In the first part in this series, CanCon 101, I wrote about what makes a show Canadian (i.e. point system, spending, ownership etc.). This post takes it to the next step – what are a broadcaster’s obligations when it comes to airing Canadian programming. Not to worry – I won’t lose myself down the rabbit hole of detail on broadcaster CRTC commitments but will try to stick to a top level explanation.
First, there are (still) both expenditure requirements and exhibition requirements. I say still because there are misconceptions out there that we are in a total on demand world and scheduling doesn’t matter (tell that to people trying to avoid “Game of Throne” spoilers on Twitter Sunday evenings) and that exhibition regulation no longer exists. Prior to the 2010 TV Policy there were only exhibition requirements for ‘priority programming’ and an overall day quota for exhibition and the result was a lot of cheaply made Canadian programming. Expenditure requirements were brought in to ensure that not only was there sufficient quantity of Canadian programming but also sufficient quality. The Talk TV decision limited exhibition requirements to prime time (down from both the prime time and all day quota) as of the next licence renewals in 2016.
Another important concept is that we now have group-based licensing. So Shaw, Bell, Corus and Rogers are licensed as corporate groups. This allows those broadcasters to pool their Canadian Programming Expenditures (CPE) across the group and spend more on one service and less on another. Each service has a CPE that takes into consideration its genre of service (e.g. a higher commitment for children’s services, lower for third language services) but as a group their CPE is 30%.
One caveat is that conventional services can allocate a maximum of 25% of their CPE to specialty services, which is to prevent broadcast groups from moving all of the Canadian programming to the specialty services, where they would get smaller audiences (leaving the mass audience spots for their U.S. programming). The benefit is that broadcasters are free to air a program on a specialty first and then on their conventional service (e.g. “19-2” airing on Bravo and then CTV) or vice-versa (Global’s “Rookie Blue” airs on Showcase) to maximize the audience. The downside is that these programs are broadcast across the entire group for one licence fee, reducing potential revenues to producers and potential new programming for audiences.
The other expenditure requirement is for Programs of National Interest (“PNI”), which are defined as dramas, documentaries and award shows that promote Canadian works. Note that drama is a defined term that includes comedy and feature film. The level of PNI expenditure is based on a group’s historical spending in most cases (Rogers has had to increase their spending as they acquire more channels in their network).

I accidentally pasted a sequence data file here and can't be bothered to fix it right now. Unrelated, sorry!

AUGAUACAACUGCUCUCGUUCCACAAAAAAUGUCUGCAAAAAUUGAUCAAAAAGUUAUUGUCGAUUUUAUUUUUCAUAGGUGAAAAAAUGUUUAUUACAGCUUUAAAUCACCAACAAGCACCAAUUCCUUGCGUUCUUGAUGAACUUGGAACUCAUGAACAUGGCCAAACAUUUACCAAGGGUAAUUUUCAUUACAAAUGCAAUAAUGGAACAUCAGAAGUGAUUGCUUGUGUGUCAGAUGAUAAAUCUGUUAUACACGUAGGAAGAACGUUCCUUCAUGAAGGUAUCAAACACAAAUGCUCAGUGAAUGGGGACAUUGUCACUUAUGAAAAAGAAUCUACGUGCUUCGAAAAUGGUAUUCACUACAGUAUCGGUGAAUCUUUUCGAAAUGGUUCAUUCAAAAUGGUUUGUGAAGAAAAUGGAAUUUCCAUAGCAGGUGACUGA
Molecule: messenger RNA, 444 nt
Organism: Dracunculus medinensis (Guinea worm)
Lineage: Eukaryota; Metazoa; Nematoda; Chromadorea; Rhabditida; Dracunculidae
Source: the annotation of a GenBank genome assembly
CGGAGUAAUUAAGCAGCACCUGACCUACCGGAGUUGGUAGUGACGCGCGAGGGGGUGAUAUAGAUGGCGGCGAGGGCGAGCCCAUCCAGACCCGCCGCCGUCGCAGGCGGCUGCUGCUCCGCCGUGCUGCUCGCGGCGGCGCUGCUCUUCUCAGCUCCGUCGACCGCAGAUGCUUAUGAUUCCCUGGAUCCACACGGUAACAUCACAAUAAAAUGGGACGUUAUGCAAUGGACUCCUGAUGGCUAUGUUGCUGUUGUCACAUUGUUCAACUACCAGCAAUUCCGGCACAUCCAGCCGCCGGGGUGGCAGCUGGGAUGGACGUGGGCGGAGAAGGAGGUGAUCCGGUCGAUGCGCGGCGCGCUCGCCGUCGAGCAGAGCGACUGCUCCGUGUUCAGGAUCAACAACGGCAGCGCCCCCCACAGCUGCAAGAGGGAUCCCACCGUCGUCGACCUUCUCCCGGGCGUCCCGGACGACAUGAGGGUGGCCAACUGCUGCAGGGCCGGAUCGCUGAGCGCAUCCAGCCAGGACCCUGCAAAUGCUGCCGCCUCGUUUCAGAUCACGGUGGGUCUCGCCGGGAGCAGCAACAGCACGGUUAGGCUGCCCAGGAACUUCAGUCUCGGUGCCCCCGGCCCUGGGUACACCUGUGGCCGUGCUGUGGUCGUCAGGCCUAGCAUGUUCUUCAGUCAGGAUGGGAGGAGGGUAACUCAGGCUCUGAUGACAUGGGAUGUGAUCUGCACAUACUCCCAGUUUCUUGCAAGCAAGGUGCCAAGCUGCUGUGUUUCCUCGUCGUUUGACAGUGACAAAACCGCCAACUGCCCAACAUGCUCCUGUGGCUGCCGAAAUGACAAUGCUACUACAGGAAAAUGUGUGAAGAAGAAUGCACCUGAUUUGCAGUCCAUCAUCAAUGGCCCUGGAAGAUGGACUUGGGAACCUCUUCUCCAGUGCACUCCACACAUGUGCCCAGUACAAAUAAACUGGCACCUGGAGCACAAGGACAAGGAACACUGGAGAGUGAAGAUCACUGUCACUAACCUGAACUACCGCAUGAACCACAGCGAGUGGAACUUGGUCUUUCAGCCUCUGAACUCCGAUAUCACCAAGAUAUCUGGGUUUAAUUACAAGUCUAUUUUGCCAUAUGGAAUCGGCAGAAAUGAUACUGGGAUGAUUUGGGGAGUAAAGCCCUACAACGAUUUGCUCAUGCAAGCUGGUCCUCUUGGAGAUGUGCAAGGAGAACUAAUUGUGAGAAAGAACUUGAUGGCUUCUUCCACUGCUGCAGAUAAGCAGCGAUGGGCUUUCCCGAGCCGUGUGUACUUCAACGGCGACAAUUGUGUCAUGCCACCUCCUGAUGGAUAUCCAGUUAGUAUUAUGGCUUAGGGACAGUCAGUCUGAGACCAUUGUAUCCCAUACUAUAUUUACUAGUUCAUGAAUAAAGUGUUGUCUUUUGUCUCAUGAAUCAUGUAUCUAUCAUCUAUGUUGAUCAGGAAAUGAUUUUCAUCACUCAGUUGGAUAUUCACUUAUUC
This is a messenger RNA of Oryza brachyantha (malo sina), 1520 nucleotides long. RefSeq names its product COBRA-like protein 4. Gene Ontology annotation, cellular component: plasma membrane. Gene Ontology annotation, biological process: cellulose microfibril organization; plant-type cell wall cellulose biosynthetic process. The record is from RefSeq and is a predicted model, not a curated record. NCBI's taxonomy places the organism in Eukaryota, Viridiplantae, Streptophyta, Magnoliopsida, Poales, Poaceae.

The result of these regulations is a system that provides broadcast groups with flexibility in their spending and exhibition but requires minimum spending on PNI in prime time. So how does Shaw get away with no new Canadian drama in the fall schedule? Exhibition regulations do not require original programming so can be filled with reruns. The prime time exhibition requirement covers 6pm to 11pm so is also fulfilled by news, entertainment magazine shows, reality programming (i.e. “Big Brother Canada”) and sports. Expenditure requirements also do not specify original programming but it is a lot harder to spend PNI dollars on licensing old programming so tends to be spent on new programming. However, expenditure requirements are reported on an annual basis based on when the money is spent (i.e. during the show’s production) and not when it airs.
So the broadcaster is free to decide to air all of their Canadian drama and documentaries in the summer (when fewer people are watching TV but also there is less competition from US shows) or spread them out around the year. They can commission shows one year and not air them until the next year or later. The CRTC has consistently stayed away from ‘micro-regulation’ and insisted that broadcasters know best how to program their schedules. Shaw can decide how it wants to spend its money, and it tends to spend it on one or two big budget dramas like “Remedy” and “Rookie Blue” rather than a number of smaller budget dramas.
So how is that Bell Media consistently has more Canadian drama than Shaw? Diane Wild alluded to the answer in her assessment of the fall schedules – benefits spending. When a broadcast licence changes ownership, the CRTC requires that a percentage of the purchase price has to be spent on programming (and off screen benefits as well) to benefit the system as a whole and this ‘benefits spending’ has to be incremental to what they are already required to spend.
Bell has acquired more other services (Bell buying CTV twice, CITY specialties and Astral) than Shaw (Global and taking over the obligations from Global buying Alliance Atlantis) or Rogers (the CITY conventional channels and a few smaller specialties). Some notable examples of benefits spending have been on “Corner Gas”, more episodes of “Degrassi” and the development of “Flashpoint”. Over the years the benefits spending has also triggered more Canada Media Fund allocations, which are in part based on historical spend (as well as audience success, regional spending and digital media investment), resulting in more money to spend on Canadian drama, documentaries, children’s and performing arts shows (the four categories supported by the Canada Media Fund). It will be very interesting to see whether Bell’s level of support of Canadian drama (they do very little documentary work) continues once their benefit spending expires in 2018.
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